Students at several universities across the nation have requested policies that mandate professors use “trigger warnings” before presenting material students may deem upsetting, a new and growing trend that has prompted praise, ridicule, and concern over academic freedom.
“Trigger warnings” aim to alert students that the academic content they are about to be exposed to might upset them in some way, or in some cases may cause students to relive traumatic experiences, especially regarding topics such as rape and domestic violence.
No schools require trigger warnings yet, but at least six universities across the nation have fielded such requests from students, The Associated Press reports.
Student government leaders at the University of California – Santa Barbara were among the first to forge a path on the subject, debating a resolution during the spring semester that urged professors to put trigger warnings on their syllabuses.
“The current suggested list of trigger warnings includes rape, sexual assault, abuse, self-injurious behavior, suicide, graphic violence, pornography, kidnapping, and graphic depictions of gore,” the resolution stated. “…The Associated Students of UC Santa Barbara urge the instructor of any course that includes triggering content to list trigger warnings on the syllabus.”
Bailey Loverin, a UC Santa Barbara student and co-author of the resolution, first proposed the idea to her classmates, and it proved to be a popular idea among her peers.
“What I have heard from a lot of people who don’t fully understand the issue is, ‘Life is life. You are going to get your feelings hurt and you should just suck it up and meet it head-on,’” Loverin, 19, told The Associated Press. “But a girl just raped a month ago and sitting in a classroom for the first time again isn’t ready to face that head-on.”
In a New York Times op-ed, Loverin argued that “without a trigger warning, a survivor might black out, become hysterical or feel force to leave the room,” adding this halts the learning process. With a trigger warning, however, “they would be prepared to face uncomfortable material and could better contribute to the discussions or opt to avoid them.”
But others – including faculty, editorial writers, and online pundits – have reacted differently, calling trigger warnings antithetical to the idea of college and a threat to free speech.
“(S)hutting words out and censorship also comes with a cost,” wrote Laurie Essig, an associate professor of sociology and women’s and gender studies at Middlebury College, in a New York Times op-ed. “We must sometimes hear painful and difficult things in order to grow. We must listen to someone with whom we vehemently disagree in order to come to some common understanding. Avoiding speech is a slippery slope.”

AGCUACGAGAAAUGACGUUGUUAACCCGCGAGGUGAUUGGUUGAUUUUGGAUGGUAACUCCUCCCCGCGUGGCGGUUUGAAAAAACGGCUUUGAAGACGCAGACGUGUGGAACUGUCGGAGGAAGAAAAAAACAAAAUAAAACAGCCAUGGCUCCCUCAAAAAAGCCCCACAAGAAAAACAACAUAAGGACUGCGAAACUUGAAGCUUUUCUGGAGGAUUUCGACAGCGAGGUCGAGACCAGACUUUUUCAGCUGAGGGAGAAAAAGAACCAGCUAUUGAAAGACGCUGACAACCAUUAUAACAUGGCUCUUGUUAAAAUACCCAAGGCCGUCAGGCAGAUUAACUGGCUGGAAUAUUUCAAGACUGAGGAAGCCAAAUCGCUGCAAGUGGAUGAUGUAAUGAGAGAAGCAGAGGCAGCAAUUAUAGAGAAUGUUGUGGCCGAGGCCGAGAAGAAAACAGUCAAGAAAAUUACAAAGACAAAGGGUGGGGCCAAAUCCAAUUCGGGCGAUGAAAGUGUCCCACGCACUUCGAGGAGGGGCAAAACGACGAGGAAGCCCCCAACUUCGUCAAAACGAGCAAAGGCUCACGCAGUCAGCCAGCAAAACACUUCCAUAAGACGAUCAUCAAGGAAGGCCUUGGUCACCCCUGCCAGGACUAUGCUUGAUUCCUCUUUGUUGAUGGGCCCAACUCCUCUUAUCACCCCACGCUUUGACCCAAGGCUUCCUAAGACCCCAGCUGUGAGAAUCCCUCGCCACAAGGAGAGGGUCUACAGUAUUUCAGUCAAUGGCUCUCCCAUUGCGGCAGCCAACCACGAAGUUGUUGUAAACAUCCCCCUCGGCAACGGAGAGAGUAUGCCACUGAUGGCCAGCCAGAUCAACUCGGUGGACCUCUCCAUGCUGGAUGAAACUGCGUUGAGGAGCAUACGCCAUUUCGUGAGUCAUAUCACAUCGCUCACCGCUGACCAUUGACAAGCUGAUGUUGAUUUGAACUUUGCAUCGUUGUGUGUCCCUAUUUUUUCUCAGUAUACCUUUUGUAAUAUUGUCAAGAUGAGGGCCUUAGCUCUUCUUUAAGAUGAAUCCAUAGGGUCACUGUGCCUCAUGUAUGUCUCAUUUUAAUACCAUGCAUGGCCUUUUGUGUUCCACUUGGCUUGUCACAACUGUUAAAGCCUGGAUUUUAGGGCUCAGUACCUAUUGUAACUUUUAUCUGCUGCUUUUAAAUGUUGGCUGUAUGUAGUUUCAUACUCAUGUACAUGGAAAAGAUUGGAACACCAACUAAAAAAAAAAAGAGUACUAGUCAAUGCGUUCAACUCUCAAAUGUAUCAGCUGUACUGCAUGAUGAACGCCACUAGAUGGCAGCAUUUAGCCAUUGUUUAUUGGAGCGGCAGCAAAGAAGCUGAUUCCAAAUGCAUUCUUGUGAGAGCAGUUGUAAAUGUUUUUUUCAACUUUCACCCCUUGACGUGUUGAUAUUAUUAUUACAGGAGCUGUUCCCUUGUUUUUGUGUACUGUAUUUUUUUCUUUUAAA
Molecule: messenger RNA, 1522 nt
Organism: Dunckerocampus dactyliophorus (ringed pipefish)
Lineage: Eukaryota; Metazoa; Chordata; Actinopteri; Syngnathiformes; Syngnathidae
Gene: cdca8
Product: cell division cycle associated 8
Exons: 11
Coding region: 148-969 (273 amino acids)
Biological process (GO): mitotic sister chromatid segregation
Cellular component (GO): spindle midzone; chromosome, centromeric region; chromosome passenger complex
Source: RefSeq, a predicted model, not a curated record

Reason reports that “Oberlin College attracted media attention when its Office of Equity Concerns posted, and later removed, a trigger warning guide advising professors to avoid triggering topics such as racism, colonialism, and sexism when possible.”
The Oberlin guide had also suggested warnings such as: “We are reading this work in spite of the author’s racist frameworks because his work was foundational to establishing the field of anthropology, and because I think together we can challenge, deconstruct, and learn from his mistakes.”
NYU professor Jonathan Zimmerman took a humorous viewpoint on the issue, publishing in The Chronicle of Higher Education a re-write of his Introduction to United States History syllabus with trigger warnings.
Prof. Zimmerman, for example, warns Quakers and Catholics that “the Puritans sometimes cut off your ears and bored out your tongues, so skip this week if you don’t want to hear or talk about that.”
“Ditto for practicioners of Wicca, who will surely be alarmed by the trials of their sister witches at Salem,” he continued.
When the class covers Prohibition and the “Roaring Twenties,” Zimmerman puts a trigger alert for Italian-Americans and accounting majors, who may take issue with Al Capone’s massive crime ring in which he was arrested for tax evasion. For World War II, Prof. Zimmerman says there’s no need for Germans, Italians, or Japanese folks to show up to class: “We won, they lost. Any questions?”
For the Cold War, Prof. Zimmerman says it’s “not a good week to be a Communist, or even someone who seems like a communist. You know who you are.” A final zinger for the Clinton years – “Let’s imagine that your dad had an affair with a younger – OK, a much younger – work associate. If you don’t want to go there, you don’t want to come to this class either. It’s pretty gross.”
Another argument put forth by trigger warning opponents is that they are already done on a voluntary basis, and mandating them could stifle free speech.
Aishah Shahidah Simmons, a rape survivor and professor at Temple University in Philadelphia, told The Associated Press she already alerts her students on the first day of class and in her class syllabus that “we are getting ready to delve into some really difficult, painful information here,” such as sexual violence and police brutality. In addition, Simmons said she gives her students lists of resources for emotional support, and also arranges private viewings for students who are not comfortable to watch a film during class.
Boston Globe columnist Renee Loth argues that at the crux of the issue, “reasonable concern for students who may have suffered terrible traumas has morphed into a serious threat to intellectual freedom.”
“They are especially worrisome on college campuses,” she added, “where exposure to a free exchange of ideas is paramount.”
College Fix contributor Andrew Desiderio is a student at The George Washington University.
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